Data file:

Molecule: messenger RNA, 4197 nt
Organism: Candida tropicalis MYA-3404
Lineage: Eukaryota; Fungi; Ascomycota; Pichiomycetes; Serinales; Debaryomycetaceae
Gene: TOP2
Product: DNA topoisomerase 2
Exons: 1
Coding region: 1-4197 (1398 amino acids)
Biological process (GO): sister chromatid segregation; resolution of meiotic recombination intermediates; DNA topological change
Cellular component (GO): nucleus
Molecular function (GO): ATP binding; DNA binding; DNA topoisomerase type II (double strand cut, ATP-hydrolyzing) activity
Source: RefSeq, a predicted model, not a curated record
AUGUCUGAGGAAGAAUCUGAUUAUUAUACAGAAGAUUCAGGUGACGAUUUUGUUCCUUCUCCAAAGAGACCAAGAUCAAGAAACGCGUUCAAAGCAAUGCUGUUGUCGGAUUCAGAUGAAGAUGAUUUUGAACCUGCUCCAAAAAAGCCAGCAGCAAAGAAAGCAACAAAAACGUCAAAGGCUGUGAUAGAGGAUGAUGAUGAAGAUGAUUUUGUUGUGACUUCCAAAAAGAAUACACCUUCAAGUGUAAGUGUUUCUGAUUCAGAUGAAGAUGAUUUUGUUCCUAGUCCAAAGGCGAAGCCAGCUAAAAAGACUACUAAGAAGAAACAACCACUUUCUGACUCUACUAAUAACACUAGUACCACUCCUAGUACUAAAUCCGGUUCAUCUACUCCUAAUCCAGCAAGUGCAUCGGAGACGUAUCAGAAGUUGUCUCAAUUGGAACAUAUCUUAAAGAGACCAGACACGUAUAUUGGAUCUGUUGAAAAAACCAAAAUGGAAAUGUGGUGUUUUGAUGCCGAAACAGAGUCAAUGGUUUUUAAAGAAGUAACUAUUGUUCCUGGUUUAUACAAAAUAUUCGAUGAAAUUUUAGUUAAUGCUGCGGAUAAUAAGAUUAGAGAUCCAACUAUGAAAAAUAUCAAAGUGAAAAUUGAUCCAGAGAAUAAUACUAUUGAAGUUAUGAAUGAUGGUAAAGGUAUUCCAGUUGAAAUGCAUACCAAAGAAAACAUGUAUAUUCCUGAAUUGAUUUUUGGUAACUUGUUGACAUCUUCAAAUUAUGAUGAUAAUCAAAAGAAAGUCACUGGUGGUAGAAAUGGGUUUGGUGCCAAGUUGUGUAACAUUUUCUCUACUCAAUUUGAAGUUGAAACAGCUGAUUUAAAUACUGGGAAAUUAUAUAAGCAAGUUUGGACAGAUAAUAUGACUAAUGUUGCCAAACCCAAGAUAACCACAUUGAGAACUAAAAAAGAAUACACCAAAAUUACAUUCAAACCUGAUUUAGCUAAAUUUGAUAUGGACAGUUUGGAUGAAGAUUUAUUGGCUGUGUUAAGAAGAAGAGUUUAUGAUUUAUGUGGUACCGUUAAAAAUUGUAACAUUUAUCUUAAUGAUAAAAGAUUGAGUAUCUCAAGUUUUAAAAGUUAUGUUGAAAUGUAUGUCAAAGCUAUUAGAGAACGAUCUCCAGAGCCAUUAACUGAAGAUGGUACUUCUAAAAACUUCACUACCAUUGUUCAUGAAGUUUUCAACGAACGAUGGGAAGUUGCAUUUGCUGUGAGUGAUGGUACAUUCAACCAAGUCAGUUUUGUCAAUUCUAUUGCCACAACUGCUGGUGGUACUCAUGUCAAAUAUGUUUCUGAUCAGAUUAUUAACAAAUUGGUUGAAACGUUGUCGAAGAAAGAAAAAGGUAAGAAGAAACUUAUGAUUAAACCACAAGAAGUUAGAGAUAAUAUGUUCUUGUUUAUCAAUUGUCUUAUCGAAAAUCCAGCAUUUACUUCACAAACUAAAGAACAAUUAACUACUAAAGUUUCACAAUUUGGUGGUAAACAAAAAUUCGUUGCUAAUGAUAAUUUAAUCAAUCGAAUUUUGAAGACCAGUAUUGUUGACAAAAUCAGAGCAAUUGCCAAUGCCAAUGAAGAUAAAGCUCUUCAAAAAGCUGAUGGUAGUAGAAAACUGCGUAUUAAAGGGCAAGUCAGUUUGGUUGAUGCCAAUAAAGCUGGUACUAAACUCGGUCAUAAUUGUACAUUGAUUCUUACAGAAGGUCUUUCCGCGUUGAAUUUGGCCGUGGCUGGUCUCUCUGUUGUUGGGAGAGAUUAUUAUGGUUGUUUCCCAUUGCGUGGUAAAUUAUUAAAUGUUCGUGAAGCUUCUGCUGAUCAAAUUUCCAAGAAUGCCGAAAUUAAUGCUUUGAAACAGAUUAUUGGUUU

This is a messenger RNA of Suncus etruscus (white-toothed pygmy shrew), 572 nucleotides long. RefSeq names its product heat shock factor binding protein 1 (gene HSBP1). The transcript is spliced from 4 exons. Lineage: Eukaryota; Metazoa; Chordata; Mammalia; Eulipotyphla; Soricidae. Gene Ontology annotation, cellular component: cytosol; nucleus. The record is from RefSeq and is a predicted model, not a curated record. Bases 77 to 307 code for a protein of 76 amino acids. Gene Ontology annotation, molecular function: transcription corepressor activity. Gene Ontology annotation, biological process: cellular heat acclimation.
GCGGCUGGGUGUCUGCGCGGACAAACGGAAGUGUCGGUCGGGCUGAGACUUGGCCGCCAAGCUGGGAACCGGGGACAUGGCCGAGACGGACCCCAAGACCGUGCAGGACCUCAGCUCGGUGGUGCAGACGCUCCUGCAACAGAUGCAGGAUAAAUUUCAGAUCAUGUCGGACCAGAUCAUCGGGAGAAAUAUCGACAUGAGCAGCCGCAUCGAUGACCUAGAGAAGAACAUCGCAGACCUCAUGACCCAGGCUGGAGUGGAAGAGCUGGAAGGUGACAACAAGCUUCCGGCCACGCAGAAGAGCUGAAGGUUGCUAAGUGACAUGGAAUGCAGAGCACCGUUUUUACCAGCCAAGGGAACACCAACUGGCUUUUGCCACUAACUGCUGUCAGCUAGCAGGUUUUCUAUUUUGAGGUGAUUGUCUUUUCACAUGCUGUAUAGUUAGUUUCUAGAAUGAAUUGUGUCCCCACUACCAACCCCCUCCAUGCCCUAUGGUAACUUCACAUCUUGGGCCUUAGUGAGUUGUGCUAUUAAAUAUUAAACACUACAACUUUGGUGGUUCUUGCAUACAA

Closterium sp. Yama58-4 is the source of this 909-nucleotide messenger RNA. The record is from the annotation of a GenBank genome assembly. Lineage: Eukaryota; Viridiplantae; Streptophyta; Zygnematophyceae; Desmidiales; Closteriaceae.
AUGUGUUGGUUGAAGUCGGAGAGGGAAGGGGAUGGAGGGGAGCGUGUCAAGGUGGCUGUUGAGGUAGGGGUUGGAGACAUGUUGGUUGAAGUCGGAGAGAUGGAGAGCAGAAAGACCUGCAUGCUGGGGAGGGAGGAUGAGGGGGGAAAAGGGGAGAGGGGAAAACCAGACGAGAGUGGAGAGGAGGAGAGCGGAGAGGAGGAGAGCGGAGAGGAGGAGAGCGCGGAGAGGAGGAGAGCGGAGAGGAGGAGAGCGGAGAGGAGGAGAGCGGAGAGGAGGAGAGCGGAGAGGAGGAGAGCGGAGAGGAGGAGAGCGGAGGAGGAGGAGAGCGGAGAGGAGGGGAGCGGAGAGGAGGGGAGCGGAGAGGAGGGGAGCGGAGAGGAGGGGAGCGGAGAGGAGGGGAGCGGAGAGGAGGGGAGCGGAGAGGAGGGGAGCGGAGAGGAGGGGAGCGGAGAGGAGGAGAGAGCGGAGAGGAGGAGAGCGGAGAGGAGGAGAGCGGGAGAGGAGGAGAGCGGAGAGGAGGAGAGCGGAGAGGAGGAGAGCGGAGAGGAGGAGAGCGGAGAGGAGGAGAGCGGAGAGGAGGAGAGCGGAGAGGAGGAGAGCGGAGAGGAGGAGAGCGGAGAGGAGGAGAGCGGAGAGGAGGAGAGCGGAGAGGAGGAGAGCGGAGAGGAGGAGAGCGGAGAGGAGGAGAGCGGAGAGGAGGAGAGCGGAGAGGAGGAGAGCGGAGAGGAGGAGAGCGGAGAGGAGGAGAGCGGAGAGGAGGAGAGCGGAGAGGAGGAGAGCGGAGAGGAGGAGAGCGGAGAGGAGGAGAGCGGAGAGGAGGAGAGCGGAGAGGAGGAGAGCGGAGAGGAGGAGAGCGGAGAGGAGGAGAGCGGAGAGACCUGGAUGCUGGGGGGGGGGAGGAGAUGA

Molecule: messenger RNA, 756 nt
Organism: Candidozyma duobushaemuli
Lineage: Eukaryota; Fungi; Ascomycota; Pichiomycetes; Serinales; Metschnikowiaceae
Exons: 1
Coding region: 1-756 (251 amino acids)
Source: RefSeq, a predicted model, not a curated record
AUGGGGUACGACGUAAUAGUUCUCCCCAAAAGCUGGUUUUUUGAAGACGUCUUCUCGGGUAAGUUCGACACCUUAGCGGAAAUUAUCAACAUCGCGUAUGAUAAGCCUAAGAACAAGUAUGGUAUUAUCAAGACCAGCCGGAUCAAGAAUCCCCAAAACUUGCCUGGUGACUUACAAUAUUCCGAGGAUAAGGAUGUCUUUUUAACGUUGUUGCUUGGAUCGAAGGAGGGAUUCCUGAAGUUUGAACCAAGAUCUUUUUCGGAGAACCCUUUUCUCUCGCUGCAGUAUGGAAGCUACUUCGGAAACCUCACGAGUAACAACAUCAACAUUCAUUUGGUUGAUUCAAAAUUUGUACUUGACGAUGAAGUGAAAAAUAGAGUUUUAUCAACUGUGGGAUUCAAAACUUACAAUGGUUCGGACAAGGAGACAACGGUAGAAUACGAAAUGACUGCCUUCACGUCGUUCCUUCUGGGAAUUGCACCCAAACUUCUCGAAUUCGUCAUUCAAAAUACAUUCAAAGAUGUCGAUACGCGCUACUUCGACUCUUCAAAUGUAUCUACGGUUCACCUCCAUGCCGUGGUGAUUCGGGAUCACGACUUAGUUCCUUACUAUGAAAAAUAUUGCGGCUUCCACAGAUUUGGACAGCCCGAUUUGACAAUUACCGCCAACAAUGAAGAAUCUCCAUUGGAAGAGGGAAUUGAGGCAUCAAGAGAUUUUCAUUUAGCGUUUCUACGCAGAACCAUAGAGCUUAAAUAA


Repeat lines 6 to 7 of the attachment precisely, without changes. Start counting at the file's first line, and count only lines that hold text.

Exons: 1
Coding region: 1-4197 (1398 amino acids)